Significance and Use
5.1 The first-peak strength characterizes the flexural behavior of the fiber-reinforced concrete up to the onset of cracking, while residual strengths at specified deflections characterize the residual capacity after cracking. Specimen toughness is a measure of the energy absorption capacity of the test specimen. The appropriateness of each parameter depends on the nature of the proposed application and the level of acceptable cracking and deflection serviceability. Fiber-reinforced concrete is influenced in different ways by the amount and type of fibers in the concrete. In some cases, fibers may increase the residual load and toughness capacity at specified deflections while producing a first-peak strength equal to or only slightly greater than the flexural strength of the concrete without fibers. In other cases, fibers may significantly increase the first-peak and peak strengths while affecting a relatively small increase in residual load capacity and specimen toughness at specified deflections.
5.2 The first-peak strength, peak strength, and residual strengths determined by this test method reflect the behavior of fiber-reinforced concrete under static flexural loading. The absolute values of energy absorption obtained in this test are of little direct relevance to the performance of fiber-reinforced concrete structures since they depend directly on the size and shape of the specimen and the loading arrangement.
5.3 The results of this test method may be used for comparing the performance of various fiber-reinforced concrete mixtures or in research and development work. They may also be used to monitor concrete quality, to verify compliance with construction specifications, obtain flexural strength data on fiber-reinforced concrete members subject to pure bending, or to evaluate the quality of concrete in service.
5.4 The results of this standard test method are dependent on the size of the specimen.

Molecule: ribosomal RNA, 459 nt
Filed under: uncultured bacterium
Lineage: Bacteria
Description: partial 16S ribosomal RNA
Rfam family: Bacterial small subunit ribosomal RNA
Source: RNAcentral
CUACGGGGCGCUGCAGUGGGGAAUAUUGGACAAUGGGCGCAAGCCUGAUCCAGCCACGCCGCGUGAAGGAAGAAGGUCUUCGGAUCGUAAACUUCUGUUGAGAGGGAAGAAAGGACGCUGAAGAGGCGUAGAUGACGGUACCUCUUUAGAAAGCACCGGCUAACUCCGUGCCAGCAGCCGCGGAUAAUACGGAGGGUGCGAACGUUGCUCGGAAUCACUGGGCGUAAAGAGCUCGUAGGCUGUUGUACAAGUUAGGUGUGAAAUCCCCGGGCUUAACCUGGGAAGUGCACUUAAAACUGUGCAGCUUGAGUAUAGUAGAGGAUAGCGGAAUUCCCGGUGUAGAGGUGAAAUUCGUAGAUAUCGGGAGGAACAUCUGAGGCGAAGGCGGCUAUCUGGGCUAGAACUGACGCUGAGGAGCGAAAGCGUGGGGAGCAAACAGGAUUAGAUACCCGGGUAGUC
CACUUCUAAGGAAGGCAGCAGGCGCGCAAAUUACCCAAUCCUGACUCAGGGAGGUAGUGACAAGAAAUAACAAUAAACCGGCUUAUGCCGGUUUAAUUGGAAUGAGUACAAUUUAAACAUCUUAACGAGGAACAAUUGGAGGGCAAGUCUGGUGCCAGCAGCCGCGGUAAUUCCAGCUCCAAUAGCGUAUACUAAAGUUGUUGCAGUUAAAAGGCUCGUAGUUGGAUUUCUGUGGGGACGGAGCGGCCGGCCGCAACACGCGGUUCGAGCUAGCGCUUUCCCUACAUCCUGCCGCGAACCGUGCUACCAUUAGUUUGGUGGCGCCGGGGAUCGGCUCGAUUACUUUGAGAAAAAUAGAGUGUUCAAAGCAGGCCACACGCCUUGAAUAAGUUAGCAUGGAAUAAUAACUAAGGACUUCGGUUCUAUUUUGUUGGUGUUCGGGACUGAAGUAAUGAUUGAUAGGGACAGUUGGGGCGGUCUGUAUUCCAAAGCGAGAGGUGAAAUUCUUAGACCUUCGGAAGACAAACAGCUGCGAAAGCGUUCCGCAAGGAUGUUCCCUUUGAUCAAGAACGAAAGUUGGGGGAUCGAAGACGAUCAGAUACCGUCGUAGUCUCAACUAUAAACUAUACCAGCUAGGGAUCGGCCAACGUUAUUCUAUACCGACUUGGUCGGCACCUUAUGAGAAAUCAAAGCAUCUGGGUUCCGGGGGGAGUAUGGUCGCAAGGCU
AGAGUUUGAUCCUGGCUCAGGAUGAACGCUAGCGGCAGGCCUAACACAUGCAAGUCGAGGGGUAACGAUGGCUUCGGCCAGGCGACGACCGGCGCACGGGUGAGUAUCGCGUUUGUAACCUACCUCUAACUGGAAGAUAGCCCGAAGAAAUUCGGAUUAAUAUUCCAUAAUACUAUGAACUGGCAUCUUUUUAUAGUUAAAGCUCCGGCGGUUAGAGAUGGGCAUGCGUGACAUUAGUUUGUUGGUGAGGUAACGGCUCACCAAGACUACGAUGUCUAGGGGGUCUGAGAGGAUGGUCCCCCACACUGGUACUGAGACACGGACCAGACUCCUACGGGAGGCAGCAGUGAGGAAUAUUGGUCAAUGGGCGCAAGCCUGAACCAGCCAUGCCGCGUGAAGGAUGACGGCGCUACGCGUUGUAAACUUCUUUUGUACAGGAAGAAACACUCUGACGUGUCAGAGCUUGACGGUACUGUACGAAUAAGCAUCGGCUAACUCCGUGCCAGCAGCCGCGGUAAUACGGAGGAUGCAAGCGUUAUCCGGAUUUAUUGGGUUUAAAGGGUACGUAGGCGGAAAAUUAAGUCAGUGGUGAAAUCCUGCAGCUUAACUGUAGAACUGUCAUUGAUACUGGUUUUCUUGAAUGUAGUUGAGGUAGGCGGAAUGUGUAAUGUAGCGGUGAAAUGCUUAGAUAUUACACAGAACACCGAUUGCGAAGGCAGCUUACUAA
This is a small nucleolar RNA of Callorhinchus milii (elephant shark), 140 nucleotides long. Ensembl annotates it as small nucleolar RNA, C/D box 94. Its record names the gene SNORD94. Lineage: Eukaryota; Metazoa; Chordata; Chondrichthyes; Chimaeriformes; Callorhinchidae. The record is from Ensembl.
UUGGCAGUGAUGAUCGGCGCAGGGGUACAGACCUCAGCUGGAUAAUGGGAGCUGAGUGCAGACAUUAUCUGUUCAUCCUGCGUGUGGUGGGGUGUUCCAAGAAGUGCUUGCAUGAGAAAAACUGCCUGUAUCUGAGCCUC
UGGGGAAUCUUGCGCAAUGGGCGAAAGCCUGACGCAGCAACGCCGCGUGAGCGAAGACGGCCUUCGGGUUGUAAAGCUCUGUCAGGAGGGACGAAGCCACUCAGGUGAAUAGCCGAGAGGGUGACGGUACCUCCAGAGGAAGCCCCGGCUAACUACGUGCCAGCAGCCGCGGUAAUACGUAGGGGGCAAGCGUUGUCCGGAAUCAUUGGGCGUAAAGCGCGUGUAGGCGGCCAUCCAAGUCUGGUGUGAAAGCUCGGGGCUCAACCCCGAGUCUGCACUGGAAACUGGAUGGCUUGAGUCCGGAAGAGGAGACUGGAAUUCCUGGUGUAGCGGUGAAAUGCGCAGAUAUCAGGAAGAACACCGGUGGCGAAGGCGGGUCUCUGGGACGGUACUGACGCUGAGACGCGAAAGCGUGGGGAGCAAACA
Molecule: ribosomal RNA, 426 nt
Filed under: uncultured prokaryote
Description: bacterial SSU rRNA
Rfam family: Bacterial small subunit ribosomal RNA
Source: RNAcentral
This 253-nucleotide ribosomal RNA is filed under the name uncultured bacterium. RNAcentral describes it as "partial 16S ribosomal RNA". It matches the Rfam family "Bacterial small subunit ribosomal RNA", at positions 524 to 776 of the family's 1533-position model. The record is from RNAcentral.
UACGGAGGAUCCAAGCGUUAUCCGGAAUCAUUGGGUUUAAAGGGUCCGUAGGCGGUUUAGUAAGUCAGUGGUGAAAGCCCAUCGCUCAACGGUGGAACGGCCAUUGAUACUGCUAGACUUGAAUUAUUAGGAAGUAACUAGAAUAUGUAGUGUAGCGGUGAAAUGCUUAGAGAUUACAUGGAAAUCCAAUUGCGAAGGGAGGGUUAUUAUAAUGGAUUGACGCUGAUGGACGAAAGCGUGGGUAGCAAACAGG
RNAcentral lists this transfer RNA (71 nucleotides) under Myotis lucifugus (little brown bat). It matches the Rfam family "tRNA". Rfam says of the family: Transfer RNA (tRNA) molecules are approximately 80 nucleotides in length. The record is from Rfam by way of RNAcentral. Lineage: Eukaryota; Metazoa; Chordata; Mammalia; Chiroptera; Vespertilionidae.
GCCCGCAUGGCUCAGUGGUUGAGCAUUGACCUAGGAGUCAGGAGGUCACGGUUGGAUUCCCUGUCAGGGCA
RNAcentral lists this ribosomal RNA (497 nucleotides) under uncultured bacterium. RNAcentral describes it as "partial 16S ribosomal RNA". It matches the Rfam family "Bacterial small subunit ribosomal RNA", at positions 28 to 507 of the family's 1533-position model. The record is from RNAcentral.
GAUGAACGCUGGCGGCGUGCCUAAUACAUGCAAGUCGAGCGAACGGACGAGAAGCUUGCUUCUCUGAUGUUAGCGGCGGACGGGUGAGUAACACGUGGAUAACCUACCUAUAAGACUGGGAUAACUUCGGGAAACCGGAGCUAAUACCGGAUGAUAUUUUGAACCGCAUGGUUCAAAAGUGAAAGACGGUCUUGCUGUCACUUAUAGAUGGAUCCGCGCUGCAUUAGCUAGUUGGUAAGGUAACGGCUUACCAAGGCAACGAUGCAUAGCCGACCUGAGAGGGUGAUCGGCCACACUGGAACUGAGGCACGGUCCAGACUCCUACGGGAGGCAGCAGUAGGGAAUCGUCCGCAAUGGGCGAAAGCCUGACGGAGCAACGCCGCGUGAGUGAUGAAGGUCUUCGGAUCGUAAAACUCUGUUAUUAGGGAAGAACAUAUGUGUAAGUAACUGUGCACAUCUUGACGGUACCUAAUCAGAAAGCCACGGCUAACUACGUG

Note 5: The results obtained using one size molded specimen may not correspond to the performance of larger or smaller molded specimens, concrete in large structural units, or specimens sawn from such units. This difference may occur because the degree of preferential fiber alignment becomes more pronounced in molded specimens containing fibers that are relatively long compared with the cross-sectional dimensions of the mold. Moreover, structural members of significantly different thickness experience different maximum crack widths for a given mid-span deflection with the result that fibers undergo different degrees of pull-out and extension.
1.1 This test method evaluates the flexural performance of fiber-reinforced concrete using parameters derived from the load-deflection curve obtained by testing a simply supported beam under third-point loading using a closed-loop, servo-controlled testing system.
1.2 This test method provides for the determination of first-peak and peak loads and the corresponding stresses calculated by inserting them in the formula for modulus of rupture given in . It also requires determination of residual loads at specified deflections, the corresponding residual strengths calculated by inserting them in the formula for modulus of rupture given in (see ). It provides for determination of specimen toughness based on the area under the load-deflection curve up to a prescribed deflection (see ) and the corresponding equivalent flexural strength ratio.
Note 1: Residual strength is not a true stress but an engineering stress computed using simple engineering bending theory for linear elastic materials and gross (uncracked) section properties.
Note 2: Specimen toughness expressed in terms of the area under the load-deflection curve is an indication of the energy absorption capability of the particular test specimen, and its magnitude depends directly on the geometry of the test specimen and the loading configuration.
1.3 This test method utilizes two preferred specimen sizes of 100 by 100 by 350 mm [4 by 4 by 14 in.] tested on a 300 mm [12 in.] span, or 150 by 150 by 500 mm [6 by 6 by 20 in.] tested on a 450 mm [18 in.] span. A specimen size different from the two preferred specimen sizes is permissible.
1.4 Units—The values stated in either SI units or inch-pound units are to be regarded separately as standard. The values stated in each system may not be exact equivalents; therefore, each system shall be used independently of the other. Combining values from the two systems may result in non-conformance with the standard.
1.5 This standard does not purport to address all of the safety concerns, if any, associated with its use. It is the responsibility of the user of this standard to establish appropriate safety, health, and environmental practices and determine the applicability of regulatory limitations prior to use.
1.6 This international standard was developed in accordance with internationally recognized principles on standardization established in the Decision on Principles for the Development of International Standards, Guides and Recommendations issued by the World Trade Organization Technical Barriers to Trade (TBT) Committee.